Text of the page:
Since its very first inception, polyurethane has achieved a position of importance unrivalled by any other industrial product due to its ability to strike the ideal balance between versatility, resilience and sustainability. And as new formulations and processes continue to be developed, it is likely that derivatives of polyurethane will come to take the place of other, established materials, moving into the 21st century.
As we start to consider how the products that we use in everyday life affect the environment, materials which reduce our emissions footprint will become increasingly popular.
First developed during the Second World War as a substitute for increasingly scarce rubber, polyurethane’s versatility prompted numerous adaptations, including the manufacturing of mustard gas resistant clothing and corrosion-resistant coatings for aeroplanes.
The chemical process behind it is complex, but at its most basic level it involves reacting a polyol with a diisocyanate; a family of chemical building blocks, or a polymeric isocyanate, in the presence of suitable catalysts and additives.
Nowadays, there are elements of polyurethane in almost everything we use, be it furniture, appliances, or the structures of our homes. And the more we learn about its positive applications and methods of production, the more we will continue to adapt it to suit our needs.
Polyurethane, as mentioned, is used in almost all the things we come across in our day-to-day lives. One of its most common derivations, polyurethane foam, accounts for a large percent of the overall market. The flexible version of this foam can be used as cushioning for many consumer and commercial products, such as bedding and vehicle interiors.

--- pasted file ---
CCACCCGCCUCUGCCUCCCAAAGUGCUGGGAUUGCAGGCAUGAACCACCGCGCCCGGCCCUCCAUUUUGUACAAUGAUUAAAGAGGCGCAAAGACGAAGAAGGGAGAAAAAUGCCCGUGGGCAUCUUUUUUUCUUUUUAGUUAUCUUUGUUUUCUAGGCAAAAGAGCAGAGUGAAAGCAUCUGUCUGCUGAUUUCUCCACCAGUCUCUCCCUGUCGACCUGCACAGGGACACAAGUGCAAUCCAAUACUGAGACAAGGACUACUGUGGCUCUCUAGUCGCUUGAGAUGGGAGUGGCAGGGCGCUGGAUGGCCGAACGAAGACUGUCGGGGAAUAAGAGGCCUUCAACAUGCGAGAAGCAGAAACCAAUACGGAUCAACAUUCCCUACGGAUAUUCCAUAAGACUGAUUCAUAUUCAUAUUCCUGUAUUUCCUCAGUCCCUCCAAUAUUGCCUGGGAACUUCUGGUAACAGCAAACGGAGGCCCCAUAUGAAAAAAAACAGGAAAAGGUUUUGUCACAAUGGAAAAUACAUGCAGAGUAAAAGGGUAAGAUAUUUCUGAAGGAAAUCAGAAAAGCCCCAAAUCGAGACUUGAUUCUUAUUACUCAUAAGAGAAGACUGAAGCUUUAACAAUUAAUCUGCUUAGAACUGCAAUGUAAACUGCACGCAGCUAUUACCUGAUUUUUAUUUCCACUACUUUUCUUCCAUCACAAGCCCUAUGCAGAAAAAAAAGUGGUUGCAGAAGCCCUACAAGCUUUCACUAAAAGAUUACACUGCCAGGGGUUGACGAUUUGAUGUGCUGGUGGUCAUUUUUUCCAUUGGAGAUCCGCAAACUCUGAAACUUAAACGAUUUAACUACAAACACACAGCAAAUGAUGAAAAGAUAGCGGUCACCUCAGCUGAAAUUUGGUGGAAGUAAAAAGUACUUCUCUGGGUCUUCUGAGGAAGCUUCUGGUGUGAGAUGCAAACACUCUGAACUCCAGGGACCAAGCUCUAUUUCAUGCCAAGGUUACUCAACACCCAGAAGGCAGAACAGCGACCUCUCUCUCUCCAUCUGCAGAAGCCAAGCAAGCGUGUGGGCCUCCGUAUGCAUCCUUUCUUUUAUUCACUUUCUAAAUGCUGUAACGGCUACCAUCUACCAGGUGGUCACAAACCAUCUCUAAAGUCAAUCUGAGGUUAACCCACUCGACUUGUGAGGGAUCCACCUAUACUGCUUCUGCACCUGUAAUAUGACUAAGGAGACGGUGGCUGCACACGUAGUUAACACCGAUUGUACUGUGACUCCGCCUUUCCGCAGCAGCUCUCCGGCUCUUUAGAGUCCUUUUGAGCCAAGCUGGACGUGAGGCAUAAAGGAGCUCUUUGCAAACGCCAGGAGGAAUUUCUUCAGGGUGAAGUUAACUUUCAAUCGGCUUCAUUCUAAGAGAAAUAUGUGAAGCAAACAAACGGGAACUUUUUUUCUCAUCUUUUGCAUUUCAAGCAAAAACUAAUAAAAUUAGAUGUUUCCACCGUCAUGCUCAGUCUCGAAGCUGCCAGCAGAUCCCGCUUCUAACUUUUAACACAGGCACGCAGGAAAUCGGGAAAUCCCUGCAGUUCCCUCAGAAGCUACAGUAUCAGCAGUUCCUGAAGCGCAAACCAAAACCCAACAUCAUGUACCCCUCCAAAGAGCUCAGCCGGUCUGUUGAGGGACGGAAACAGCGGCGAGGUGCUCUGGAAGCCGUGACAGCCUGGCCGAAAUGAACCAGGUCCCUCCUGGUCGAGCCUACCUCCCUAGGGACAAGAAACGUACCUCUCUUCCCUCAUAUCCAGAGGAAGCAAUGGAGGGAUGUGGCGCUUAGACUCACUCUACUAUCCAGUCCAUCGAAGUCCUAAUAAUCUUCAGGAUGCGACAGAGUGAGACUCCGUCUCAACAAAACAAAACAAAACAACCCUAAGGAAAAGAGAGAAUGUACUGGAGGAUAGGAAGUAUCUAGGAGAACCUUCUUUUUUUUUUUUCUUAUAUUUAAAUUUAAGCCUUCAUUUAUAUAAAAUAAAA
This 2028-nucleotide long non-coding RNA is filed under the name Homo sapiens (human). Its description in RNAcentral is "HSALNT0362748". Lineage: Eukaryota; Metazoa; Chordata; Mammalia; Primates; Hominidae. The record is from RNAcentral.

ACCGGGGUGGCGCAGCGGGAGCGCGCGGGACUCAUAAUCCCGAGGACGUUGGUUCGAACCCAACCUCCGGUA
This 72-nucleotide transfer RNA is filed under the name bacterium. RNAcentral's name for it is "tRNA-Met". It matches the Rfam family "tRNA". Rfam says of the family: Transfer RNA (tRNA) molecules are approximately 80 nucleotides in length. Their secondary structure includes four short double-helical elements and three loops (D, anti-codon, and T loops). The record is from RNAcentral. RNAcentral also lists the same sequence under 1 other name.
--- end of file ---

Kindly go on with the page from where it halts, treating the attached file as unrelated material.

Polyurethane’s use in car design has allowed the automotive industry to create cars with lighter frames, saving on fuel consumption and reducing emissions. But the real potential for versatility is in rigid polyurethane foam.
Currently the world’s most popular insulations, the foam allows for a significant reduction in energy costs, improving the efficiency of residential and commercial properties. With high levels of thermal conductivity for relatively low density, it offers a cheaper alternative to traditional materials, such as glass wool or hempcrete, without sacrificing effectiveness.
Its environmental impact is not only limited to housing and cars; polyurethane has contributed to advancements in potential of wind turbines, it has allowed for advances in solar power, and it has even helped extend the life of shoes.
Sustainability and Recyclability:
Polyurethanes contain petrochemical-based polymers, the release of which into the eco-system can cause lasting harm unless properly managed. Given its many obvious benefits, it is critical to ensure that these positives are not countered by potential drawbacks in its disposal.
The key to this lies in recycling; by recovering essential elements from the recycling process, not only can we reduce the environmental impact caused by producing new, raw polyurethanes, but we mitigate the risk of waste ending up in landfills, or worse, the ocean.
There are as many different methods of recycling polyurethane as there are uses for it. Mechanical recycling focuses mainly on the “rebonding” process, whereby polyurethanes are broken down and used in new ways, such as in carpet overlay, but there are others, all of which can produce different, useful after-products, such as powdering or compression moulding.
Chemical recycling includes processes such as glycolysis, which quite literally allows new, different polyurethanes to be created out of the old in a cycle of “rebirth”. These are just a few examples of the many ways the polyurethane industry has developed and is continuing to develop, methods to ensure that polyurethane remains one of the most sustainable and environmentally friendly materials currently available to us.